Douglas Tompkins (1943-2015) was a mountaineer, Deep Ecologist, conservation activist, lover of nature, and textile entrepreneur, founder of Esprit and North Face. A footloose entrepreneur turned activist, after starting two global clothing brands, Tompkins renounced the ecologically unsustainable fashion industry and moved his assets and passions to South America, where he proceeded with Kristin Tompkins (neé McDivitt) to make the greatest land conservation purchases of any private individuals on earth. For their tireless conservation work, Douglas and Kristin received the 2015 Global Economy Prize from the Institute for the World Economy, at Kiel University, my alma mater.
While many nay-sayerying environmental justice academics, salmon fishery owners, loggers, and nationalists decry Tompkins’ environmental conservation as a new wave of green imperialism, Tompkins, after suffering such attacks in Chile following his purchase and gift of Parque Pumalín to the Chilean people as a protected national heritage sanctuary, those following the Tompkins’ legacy from a less partial point of view cannot help but acknowledge his enormous contributions to current and future generations.
Tompkins took pains to reconcile differences, to ask for forgiveness as an American foreigner in Chile, and as a rabble-rouser sparking Chile’s environmental movement in a resource exploitative economy. Generously compensating peasants and squatters who had taken up residency in public rainforest lands, Tompkins’ political enemies often charged him–falsely–with unfairly displacing Chileans for fortress conservation. This couldn’t be further from the truth.
Parque Pumalín, Tompkins’ flagship gift to the Chilean people and to humanity for generations, is a pristine ecology filled with rare species and containing numerous biomes. It is one of the last places on earth of its kind, and incorporates in organic farms to supply food for visitors and jobs for locals. In creating the farms, Tompkins created buy-in and business opportunities for the local struggling community, which before was largely based on small-scale timber extraction. This sustainable model replace the previous unsustainable model, and brings recognition and orgullo to Chile as a protector of global patrimony.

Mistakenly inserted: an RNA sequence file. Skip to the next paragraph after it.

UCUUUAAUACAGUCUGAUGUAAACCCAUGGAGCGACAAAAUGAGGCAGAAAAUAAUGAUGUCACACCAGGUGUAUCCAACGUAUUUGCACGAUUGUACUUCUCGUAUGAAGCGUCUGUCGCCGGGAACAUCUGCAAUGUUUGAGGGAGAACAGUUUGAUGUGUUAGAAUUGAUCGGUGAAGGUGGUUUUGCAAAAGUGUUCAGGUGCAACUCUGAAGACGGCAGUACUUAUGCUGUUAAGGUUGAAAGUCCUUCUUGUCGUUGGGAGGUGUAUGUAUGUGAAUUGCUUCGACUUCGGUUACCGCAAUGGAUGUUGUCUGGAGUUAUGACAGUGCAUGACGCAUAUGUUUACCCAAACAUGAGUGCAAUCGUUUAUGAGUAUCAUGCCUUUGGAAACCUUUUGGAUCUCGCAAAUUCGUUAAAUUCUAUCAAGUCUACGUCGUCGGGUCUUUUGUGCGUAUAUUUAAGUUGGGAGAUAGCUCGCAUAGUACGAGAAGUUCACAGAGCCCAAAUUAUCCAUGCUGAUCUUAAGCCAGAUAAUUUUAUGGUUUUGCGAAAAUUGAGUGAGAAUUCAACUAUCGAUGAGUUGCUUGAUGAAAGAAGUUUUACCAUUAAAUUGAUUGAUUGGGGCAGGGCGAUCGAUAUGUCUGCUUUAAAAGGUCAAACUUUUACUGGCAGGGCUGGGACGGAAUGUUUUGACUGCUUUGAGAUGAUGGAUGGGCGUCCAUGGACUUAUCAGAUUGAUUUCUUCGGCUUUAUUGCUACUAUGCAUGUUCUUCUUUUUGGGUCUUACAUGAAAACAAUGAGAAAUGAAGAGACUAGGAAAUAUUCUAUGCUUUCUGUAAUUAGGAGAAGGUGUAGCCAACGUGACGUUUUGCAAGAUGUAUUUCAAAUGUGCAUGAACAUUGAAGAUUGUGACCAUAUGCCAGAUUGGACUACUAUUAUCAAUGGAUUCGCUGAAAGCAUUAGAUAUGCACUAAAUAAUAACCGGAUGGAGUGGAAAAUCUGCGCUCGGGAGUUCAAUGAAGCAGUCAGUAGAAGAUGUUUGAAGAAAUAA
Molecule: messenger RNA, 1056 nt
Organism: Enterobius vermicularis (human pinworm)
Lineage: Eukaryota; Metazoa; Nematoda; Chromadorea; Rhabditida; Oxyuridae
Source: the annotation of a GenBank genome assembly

Learning about his death earlier this year was particularly impactful for me, as it was back in Santiago de Chile in 2002 at age 21 in a Pontificia Universidad Católica course on Environmental Politics that I first learned of Tompkins and the type of conservation work he was engaged in in Chile.
While I was in Chile, studying abroad during my undergraduate years at UC Berkeley, I was working at the Facultad Latinoamericano para las Ciencias Sociales (FLACSO) in Santiago, and learning about Tompkins’ work in the Palena province (XII) inspired me to shift into environmental political theory, which grew into my love for environmental philosophy and ethics, and eventually philosophy of biology. If it weren’t for my teachers in that Environmental Politics course at la PUC, and doing that report on the conservation movement and that controversial fellow Douglas Tompkins, I would never have attended the Rio +10 conference in Johannesburg, South Africa as UC Berkeley’s student delegate that following summer, and I would never have the insights, passions, and life path that I inhabit today. For Douglas Tompkins good work on this planet and the inspiration I found in his life’s work, I will always be grateful.
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